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Revealed: Here’s why Disney+ Hotstar let go of HBO content

According to the sources, as part of renewing the deal with Disney+Hotsar, HBO had asked for a sum that Disney felt was unreasonable

Disney took the decision to let go of HBO content from its platform owing to the reason that the subscriber base for its content is niche and is relatively low on the platform, so it does not justify the asking price. 

According to sources, as part of renewing the deal with Disney+ Hotsar, HBO had asked for a sum of $50 million for five years. 

A query sent to both Disney and HBO went unanswered till the time of filing of this report.

Moreover, industry experts told that HBO is unable to find a home for its content in India. 

“If they had takers for their content and they were looking at a five-year deal, then these "rumours" of them launching a platform of their own are baseless,” said an industry analyst. 

The analyst quoted above went on to state that HBO leaving Disney+ Hotstar is not going to have any impact on the platform's subscription base, as the number of people viewing that content is almost negligible on the OTT platform.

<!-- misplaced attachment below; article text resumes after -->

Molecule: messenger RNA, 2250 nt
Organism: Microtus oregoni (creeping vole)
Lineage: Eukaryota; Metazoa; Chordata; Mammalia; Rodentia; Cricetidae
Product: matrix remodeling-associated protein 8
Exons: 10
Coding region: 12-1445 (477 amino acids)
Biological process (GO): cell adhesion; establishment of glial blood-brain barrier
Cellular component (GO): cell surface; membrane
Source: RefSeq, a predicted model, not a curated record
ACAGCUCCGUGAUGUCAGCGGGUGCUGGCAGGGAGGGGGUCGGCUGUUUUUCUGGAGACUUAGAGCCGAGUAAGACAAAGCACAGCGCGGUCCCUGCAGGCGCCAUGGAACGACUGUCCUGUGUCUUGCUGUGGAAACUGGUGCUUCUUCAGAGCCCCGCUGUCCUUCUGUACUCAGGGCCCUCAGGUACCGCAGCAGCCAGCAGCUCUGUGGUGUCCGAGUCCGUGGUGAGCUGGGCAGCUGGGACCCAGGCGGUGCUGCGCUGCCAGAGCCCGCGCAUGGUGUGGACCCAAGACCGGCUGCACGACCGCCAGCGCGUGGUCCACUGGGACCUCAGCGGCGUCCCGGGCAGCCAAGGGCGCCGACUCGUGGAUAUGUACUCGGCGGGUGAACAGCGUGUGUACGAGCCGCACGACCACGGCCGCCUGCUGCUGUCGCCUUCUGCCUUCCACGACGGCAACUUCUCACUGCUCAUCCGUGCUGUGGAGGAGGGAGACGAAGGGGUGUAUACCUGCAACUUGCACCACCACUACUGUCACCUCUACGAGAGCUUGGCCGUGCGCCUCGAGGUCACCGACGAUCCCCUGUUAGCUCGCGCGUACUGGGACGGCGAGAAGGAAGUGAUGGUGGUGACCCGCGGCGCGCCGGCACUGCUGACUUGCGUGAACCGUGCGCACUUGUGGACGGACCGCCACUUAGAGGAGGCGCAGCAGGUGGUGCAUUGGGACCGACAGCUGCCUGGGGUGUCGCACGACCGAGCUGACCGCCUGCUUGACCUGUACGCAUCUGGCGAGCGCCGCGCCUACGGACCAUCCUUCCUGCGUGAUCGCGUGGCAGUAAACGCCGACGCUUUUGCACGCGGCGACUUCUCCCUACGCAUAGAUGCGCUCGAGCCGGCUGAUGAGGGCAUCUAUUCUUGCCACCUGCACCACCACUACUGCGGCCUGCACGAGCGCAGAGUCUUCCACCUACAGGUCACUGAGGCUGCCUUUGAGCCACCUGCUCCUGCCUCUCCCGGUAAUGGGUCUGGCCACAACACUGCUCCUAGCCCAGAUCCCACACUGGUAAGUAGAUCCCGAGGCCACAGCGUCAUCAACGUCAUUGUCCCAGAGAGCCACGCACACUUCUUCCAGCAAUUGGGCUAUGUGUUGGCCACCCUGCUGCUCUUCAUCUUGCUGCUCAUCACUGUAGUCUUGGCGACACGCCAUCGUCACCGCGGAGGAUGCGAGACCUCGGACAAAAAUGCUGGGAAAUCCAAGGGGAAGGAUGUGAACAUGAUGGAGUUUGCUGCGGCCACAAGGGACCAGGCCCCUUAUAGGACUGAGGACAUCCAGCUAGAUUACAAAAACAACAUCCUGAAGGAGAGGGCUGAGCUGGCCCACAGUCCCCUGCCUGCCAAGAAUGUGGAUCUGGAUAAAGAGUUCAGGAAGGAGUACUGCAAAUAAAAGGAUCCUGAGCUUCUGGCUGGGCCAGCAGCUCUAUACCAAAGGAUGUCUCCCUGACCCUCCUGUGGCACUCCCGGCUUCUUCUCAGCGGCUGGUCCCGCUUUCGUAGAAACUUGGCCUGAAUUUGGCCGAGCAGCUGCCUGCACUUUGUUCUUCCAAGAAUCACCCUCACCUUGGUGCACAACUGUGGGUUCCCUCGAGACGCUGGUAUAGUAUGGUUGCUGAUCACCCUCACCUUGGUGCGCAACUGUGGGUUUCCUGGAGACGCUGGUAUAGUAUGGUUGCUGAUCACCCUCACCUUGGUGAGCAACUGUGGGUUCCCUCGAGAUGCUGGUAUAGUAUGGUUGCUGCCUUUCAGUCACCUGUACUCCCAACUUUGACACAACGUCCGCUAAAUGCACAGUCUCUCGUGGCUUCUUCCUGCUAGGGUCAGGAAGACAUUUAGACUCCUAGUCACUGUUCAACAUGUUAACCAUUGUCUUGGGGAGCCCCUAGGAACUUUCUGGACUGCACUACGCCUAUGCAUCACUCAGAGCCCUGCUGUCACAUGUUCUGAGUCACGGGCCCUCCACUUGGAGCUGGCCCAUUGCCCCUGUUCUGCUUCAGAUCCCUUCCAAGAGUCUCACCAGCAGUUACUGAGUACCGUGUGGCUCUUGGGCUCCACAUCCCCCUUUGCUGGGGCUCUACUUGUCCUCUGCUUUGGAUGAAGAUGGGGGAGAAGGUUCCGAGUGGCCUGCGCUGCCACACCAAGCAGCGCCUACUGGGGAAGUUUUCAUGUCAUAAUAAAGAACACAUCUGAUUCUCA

“Disney has a lot of other things for its viewers - including regional content, which has a decent viewership,” the analyst added.

Disney+ Hotstar announced that it will discontinue streaming HBO content on the platform starting March 31, 2023. 

In a recent tweet, Disney+Hotstar wrote, “Hi! Starting 31st March, HBO content will be unavailable on Disney+ Hotstar. You can continue enjoying Disney+ Hotstar’s vast library of content spanning over 100,000 hours of TV Shows and Movies in 10 languages and coverage of major global sporting events.” 

Hotstar has been streaming HBO original shows since January 2016. In December 2015, Disney Star had struck an exclusive tie-up with HBO. 

HBO’s shows such as Succession, The Last of Us, Game of Thrones, Watchmen and The Wire formed a major part of its offerings. 

A month ago, Disney CEO Bob Iger announced the plan to cut $5.5 billion in costs. This cost-cutting included about $3 billion in non-sports-related content and $2.5 billion in non-content-related costs.

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